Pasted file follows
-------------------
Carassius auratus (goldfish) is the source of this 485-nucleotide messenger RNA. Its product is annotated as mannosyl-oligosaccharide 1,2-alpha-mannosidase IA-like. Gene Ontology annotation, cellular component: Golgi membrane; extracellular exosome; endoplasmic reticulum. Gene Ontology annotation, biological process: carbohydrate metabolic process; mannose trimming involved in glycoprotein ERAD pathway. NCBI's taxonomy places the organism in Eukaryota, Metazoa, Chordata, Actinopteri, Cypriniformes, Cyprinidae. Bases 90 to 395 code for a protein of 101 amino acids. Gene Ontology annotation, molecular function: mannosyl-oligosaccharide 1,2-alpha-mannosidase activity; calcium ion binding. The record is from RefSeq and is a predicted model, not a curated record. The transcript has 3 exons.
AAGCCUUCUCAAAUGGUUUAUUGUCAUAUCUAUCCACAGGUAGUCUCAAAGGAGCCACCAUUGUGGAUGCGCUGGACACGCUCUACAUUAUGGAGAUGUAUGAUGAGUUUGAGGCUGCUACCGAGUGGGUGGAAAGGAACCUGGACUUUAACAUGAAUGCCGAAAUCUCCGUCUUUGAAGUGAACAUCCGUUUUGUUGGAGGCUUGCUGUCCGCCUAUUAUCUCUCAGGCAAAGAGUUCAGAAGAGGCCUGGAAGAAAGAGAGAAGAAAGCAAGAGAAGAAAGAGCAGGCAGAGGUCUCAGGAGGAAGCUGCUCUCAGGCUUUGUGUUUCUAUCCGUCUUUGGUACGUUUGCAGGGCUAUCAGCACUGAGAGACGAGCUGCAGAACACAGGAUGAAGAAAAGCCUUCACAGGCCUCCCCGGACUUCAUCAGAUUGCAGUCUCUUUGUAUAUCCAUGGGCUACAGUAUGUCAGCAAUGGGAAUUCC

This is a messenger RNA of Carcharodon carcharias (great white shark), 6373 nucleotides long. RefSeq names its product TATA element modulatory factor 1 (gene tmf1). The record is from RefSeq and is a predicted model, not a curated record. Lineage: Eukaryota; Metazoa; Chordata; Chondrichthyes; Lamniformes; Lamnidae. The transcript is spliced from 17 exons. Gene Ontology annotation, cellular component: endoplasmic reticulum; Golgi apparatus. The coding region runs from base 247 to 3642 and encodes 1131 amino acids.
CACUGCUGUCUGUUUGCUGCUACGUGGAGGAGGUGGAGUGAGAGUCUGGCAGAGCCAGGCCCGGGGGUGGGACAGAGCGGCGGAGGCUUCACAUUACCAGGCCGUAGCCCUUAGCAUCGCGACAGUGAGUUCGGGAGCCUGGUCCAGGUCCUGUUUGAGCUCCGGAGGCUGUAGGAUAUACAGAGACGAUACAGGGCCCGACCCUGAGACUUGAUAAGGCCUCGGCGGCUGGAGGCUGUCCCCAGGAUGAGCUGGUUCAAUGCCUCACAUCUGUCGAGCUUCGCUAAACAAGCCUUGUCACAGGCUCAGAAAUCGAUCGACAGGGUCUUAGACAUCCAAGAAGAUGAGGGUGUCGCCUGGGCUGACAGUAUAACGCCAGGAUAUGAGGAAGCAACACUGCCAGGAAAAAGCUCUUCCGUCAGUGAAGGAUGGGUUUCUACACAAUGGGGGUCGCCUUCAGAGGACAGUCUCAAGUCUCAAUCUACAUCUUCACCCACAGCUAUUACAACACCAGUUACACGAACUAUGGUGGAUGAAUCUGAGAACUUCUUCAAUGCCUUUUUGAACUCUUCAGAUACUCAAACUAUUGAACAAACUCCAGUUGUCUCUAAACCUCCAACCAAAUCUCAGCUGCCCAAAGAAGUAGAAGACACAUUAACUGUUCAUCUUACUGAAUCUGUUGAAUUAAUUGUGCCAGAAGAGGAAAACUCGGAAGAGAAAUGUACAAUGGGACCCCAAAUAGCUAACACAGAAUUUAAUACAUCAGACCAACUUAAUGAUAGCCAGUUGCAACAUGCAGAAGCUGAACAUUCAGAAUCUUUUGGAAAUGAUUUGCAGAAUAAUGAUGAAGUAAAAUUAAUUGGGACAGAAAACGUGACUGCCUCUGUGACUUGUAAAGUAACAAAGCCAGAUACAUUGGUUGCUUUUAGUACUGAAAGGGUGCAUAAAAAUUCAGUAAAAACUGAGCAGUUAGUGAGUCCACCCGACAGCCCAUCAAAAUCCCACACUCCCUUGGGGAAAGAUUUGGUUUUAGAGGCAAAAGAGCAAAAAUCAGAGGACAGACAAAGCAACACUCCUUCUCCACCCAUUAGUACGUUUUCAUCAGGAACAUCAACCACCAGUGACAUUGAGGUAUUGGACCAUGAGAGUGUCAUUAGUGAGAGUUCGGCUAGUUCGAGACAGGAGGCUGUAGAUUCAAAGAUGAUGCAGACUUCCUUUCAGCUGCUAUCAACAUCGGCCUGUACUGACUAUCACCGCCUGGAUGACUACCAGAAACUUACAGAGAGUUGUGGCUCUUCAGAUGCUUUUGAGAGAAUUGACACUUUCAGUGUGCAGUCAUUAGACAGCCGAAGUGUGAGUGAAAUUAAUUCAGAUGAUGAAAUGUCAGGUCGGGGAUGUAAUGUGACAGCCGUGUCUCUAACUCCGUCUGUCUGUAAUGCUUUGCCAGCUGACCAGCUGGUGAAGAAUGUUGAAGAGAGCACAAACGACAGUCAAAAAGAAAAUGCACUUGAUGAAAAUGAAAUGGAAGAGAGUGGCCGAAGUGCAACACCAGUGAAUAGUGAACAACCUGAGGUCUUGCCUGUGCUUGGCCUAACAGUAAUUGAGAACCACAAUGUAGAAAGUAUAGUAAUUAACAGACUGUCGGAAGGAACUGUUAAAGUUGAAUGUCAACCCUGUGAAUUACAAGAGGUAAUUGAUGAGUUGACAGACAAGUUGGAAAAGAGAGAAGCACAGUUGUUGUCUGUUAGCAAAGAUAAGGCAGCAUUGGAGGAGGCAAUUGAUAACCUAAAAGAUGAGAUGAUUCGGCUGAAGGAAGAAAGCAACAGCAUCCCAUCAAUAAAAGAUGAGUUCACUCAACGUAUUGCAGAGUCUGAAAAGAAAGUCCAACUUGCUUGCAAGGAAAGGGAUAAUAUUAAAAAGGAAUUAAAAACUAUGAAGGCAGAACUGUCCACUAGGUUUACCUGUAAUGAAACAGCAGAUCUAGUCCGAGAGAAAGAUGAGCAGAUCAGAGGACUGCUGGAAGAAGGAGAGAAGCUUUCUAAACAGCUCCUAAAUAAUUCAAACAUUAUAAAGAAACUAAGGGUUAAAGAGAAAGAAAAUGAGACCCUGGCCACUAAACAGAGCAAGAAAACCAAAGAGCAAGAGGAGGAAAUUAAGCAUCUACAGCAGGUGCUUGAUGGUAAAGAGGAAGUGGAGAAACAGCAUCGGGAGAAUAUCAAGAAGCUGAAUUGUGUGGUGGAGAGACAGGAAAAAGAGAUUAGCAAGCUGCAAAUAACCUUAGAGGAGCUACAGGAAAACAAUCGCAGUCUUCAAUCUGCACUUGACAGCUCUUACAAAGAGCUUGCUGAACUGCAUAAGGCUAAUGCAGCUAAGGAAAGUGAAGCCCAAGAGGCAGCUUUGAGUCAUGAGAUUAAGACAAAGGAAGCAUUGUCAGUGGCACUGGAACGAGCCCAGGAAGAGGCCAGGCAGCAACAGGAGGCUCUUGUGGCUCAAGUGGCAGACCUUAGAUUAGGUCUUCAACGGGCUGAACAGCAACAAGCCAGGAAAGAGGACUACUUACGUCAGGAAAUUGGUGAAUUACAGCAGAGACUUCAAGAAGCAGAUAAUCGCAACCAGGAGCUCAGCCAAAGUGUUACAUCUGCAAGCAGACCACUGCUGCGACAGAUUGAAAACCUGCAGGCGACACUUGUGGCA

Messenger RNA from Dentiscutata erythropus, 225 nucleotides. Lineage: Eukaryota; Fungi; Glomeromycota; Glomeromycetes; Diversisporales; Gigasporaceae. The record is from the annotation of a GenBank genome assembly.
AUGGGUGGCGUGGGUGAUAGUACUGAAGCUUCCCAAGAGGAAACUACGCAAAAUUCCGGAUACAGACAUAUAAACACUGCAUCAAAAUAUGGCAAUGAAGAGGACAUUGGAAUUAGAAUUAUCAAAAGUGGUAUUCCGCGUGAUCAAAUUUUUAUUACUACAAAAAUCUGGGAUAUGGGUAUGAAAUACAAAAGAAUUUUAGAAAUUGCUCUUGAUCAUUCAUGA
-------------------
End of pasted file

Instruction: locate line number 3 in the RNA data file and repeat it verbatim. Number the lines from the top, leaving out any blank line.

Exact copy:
This is a messenger RNA of Carcharodon carcharias (great white shark), 6373 nucleotides long. RefSeq names its product TATA element modulatory factor 1 (gene tmf1). The record is from RefSeq and is a predicted model, not a curated record. Lineage: Eukaryota; Metazoa; Chordata; Chondrichthyes; Lamniformes; Lamnidae. The transcript is spliced from 17 exons. Gene Ontology annotation, cellular component: endoplasmic reticulum; Golgi apparatus. The coding region runs from base 247 to 3642 and encodes 1131 amino acids.